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Budget Woes Seen Imperiling Cincinnati Reforms

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Cincinnati's widely watched school-reform efforts could be among the victims as the district faces its deepest budget cuts in decades.

Superintendent J. Michael Brandt has proposed slashing spending by $31.4 million, or nearly 10 percent, to balance the district's budget in the coming school year.

The proposed cuts would affect all aspects of the 50,000-student district and curtail some of the district's school-reform initiatives, Mr. Brandt said last week.

But, Mr. Brandt added, the district has no choice--its costs are rising, it lacks new sources of revenue, and it has been downsizing and cutting back for several years.

The school system's leaders "have run out of cuts that will not damage children's education and derail reform," district and teachers' union officials said in a joint letter asking the state education department for help.

"Our problem is the way the schools are funded in Ohio," said Lynn Marmer, a member of the school board who blamed inequities in the state's school-finance formula and tax laws for the district's financial problems.

The board expects to vote on the proposed budget reductions next month.

If Cincinnati voters reject a property-tax levy being put before them in November, the district will need to immediately trim an additional $10 million in spending, Mr. Brandt has said.

"It doesn't make any sense," he said. "You do the responsible things, and, because of the way the state funding workings, you still find yourself in a financial crisis."

Risky Divestments

The superintendent's budget-reduction plan, developed with the Cincinnati Federation of Teachers, calls for the elimination of 400 positions, including 130 teachers, about 120 instructional assistants, nearly 50 counselors, and 40 central-office administrators.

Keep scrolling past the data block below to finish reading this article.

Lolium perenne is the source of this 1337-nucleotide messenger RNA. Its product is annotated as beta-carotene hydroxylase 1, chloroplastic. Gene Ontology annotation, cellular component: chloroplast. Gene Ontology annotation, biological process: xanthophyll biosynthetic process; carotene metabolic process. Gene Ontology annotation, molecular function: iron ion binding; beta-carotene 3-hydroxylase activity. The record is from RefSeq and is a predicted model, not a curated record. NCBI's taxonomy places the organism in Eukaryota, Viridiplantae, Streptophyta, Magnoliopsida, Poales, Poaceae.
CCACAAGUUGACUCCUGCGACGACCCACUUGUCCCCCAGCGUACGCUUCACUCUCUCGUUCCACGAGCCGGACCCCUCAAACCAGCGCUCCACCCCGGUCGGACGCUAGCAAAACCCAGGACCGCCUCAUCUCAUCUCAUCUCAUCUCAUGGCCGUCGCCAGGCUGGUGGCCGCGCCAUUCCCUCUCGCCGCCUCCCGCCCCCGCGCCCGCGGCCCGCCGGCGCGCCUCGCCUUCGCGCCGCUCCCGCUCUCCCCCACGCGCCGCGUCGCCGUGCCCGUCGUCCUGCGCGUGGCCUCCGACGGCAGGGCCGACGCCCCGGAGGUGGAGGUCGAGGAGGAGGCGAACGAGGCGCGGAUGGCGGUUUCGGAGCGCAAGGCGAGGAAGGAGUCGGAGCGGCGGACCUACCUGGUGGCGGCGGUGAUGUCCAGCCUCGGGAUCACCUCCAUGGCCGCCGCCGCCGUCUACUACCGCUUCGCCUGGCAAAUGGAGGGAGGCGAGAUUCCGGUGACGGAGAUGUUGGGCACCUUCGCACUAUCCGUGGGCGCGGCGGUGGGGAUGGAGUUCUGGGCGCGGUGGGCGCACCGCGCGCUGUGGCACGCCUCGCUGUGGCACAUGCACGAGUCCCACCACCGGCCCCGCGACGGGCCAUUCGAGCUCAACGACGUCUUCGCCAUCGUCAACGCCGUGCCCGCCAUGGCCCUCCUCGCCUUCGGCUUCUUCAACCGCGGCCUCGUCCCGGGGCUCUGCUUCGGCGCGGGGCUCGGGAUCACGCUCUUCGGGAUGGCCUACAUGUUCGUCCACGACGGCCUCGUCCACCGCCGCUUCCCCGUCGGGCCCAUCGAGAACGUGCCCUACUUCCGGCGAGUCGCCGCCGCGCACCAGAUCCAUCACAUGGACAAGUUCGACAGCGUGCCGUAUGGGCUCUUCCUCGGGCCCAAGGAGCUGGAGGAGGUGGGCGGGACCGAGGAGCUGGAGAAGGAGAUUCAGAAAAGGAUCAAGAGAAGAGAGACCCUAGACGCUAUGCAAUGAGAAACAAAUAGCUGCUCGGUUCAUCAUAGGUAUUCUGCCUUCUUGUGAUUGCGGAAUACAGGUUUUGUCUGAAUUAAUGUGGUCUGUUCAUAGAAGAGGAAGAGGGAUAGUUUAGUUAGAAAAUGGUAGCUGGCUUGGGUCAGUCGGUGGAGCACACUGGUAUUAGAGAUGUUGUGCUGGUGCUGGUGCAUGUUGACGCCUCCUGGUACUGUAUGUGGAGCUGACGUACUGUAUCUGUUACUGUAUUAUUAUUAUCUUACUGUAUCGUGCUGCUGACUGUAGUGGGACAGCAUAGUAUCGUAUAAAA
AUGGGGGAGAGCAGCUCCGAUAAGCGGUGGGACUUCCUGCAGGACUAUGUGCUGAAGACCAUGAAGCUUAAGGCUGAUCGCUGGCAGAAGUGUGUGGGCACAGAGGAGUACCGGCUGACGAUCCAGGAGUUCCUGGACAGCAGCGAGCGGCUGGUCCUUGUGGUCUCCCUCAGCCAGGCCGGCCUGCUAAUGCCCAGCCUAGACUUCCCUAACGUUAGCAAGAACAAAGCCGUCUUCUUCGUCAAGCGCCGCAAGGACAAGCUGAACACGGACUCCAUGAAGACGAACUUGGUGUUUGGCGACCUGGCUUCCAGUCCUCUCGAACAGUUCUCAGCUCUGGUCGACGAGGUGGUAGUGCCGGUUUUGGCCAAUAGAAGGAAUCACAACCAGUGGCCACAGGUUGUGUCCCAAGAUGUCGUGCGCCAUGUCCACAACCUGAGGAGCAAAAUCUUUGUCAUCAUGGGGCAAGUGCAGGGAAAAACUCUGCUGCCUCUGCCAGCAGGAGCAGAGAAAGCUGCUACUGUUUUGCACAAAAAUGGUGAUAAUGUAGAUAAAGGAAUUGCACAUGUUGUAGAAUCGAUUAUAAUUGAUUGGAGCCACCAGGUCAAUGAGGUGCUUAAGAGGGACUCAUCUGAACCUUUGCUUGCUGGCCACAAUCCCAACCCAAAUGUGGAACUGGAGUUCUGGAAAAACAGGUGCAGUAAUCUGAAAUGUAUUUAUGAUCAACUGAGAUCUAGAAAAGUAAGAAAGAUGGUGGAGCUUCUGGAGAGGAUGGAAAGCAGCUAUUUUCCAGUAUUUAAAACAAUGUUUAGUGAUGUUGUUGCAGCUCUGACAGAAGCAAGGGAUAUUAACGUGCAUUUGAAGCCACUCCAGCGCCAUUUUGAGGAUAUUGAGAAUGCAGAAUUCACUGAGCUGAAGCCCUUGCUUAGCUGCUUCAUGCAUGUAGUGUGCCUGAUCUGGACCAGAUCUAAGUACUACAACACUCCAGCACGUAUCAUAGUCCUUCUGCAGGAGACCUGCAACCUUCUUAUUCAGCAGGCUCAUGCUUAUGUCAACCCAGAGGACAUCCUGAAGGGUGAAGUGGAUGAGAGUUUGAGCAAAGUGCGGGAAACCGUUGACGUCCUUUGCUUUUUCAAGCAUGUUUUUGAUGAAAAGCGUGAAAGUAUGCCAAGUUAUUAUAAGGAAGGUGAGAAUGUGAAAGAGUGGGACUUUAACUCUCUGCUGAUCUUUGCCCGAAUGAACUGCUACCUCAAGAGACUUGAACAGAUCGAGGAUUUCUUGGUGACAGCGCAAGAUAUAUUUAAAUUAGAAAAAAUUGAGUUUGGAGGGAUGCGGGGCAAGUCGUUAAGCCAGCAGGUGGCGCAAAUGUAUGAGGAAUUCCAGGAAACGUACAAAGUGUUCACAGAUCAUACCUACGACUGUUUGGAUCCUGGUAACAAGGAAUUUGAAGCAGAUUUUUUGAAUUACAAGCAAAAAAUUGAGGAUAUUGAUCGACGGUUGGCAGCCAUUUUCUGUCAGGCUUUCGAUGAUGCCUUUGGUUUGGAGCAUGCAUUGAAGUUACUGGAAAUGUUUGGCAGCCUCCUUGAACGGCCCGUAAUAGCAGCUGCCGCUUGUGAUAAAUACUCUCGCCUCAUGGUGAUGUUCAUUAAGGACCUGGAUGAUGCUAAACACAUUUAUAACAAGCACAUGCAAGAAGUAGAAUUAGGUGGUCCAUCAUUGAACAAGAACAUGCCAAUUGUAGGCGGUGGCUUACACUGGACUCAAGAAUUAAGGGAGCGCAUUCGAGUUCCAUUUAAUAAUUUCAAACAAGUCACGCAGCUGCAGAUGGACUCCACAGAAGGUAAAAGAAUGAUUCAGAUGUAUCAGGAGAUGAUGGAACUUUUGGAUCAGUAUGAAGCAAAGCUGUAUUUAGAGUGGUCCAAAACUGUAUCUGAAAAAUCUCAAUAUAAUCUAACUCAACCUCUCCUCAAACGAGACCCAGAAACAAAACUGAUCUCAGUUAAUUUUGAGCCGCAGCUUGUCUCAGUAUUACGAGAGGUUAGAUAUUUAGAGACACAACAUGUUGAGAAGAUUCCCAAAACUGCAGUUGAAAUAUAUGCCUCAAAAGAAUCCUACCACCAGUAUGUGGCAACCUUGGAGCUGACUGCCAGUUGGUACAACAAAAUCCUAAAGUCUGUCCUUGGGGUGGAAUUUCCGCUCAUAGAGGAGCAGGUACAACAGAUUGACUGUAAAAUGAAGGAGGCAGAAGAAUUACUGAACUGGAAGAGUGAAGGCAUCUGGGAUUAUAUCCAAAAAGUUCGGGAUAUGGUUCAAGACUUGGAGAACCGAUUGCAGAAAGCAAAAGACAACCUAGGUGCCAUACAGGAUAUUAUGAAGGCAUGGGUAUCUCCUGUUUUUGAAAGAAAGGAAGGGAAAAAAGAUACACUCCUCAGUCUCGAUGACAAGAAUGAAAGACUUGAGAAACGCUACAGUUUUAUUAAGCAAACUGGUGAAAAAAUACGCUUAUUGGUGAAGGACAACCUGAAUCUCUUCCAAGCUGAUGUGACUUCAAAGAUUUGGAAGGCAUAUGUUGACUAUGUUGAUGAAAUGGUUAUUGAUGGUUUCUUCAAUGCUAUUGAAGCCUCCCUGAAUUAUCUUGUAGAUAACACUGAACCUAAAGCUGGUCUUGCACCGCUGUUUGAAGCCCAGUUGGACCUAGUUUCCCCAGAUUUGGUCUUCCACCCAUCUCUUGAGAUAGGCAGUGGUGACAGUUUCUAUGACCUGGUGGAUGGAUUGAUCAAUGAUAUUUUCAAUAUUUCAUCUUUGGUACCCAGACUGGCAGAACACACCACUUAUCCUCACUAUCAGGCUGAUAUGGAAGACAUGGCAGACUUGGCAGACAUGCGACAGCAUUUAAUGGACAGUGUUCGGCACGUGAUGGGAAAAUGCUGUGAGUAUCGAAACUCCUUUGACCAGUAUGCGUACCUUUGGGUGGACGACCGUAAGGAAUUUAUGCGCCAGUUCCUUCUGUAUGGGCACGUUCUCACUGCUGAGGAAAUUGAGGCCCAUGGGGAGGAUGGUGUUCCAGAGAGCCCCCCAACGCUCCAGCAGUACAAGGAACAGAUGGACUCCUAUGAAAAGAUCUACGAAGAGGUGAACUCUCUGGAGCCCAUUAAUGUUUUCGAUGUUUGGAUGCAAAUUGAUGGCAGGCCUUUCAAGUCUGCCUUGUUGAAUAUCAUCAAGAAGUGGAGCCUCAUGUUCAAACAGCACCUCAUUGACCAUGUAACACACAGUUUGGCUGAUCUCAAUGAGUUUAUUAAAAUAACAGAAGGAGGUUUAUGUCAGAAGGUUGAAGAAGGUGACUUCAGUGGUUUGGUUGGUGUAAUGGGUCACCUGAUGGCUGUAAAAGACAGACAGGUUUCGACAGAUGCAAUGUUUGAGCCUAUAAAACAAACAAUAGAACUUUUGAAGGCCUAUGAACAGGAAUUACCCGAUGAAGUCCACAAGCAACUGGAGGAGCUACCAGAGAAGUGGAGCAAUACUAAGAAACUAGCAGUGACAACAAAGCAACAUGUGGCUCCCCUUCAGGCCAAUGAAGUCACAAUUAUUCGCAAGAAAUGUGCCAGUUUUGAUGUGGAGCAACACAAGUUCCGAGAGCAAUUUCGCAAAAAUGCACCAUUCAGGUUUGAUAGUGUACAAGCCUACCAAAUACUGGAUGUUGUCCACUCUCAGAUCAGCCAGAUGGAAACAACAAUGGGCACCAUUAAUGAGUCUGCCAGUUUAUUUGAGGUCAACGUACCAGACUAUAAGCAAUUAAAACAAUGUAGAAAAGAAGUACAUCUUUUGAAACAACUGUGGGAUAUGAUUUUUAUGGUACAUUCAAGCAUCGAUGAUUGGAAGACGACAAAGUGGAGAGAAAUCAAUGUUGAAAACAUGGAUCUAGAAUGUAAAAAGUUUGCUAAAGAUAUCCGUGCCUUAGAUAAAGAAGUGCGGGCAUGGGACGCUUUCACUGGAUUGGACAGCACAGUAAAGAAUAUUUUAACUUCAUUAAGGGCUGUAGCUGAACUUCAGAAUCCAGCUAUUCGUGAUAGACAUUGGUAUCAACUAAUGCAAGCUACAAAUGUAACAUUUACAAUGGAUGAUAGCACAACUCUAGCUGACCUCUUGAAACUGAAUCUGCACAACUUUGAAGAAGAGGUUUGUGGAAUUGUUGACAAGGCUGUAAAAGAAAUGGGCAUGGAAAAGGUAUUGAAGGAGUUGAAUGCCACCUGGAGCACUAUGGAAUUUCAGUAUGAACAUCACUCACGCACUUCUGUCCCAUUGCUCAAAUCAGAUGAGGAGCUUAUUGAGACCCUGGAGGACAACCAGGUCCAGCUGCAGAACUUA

Under the plan, both middle and high schools have no librarians. Middle schools have no counselors, and high schools have only one, whose focus is college and career guidance.

The district would have a total budget of $298 million.

Mr. Brandt also has proposed reducing funding for the district's acclaimed teacher training and peer-review programs, as well as for its special school-based programs built on various national reform models.

"All of the investments we have made in reform are at risk," Thomas J. Mooney, the president of the C.F.T., said.

At public hearings on the proposed reductions this month, parents appeared especially upset by Mr. Brandt's proposal to reduce, by a third, funding for magnet schools.

The programs have been credited with bringing many middle-class children back into the district, and some parents have threatened to pull their children out of the public schools if their magnet programs deteriorate.

Fighting City Hall

Cincinnati district officials maintained last week that the school system cannot be blamed for its financial problems.

The district has balanced its previous two budgets, cut its central-office administration by 70 percent, and reduced spending by nearly $33 million over the past three years, they said. And the district cannot cut wages without violating contracts and losing teachers, officials noted.

Ms. Marmer said that state officials were largely to blame for the district's budget problems.

"Schools are stuck in a funding mechanism that does not take inflation into account and does not allow for any growth," she said.

The district is also involved in a lawsuit challenging the state's school-funding mechanism as unconstitutional. A county court judge ruled in the district's favor last year, but the state has appealed the decision. (See Education Week, 7/13/94.)

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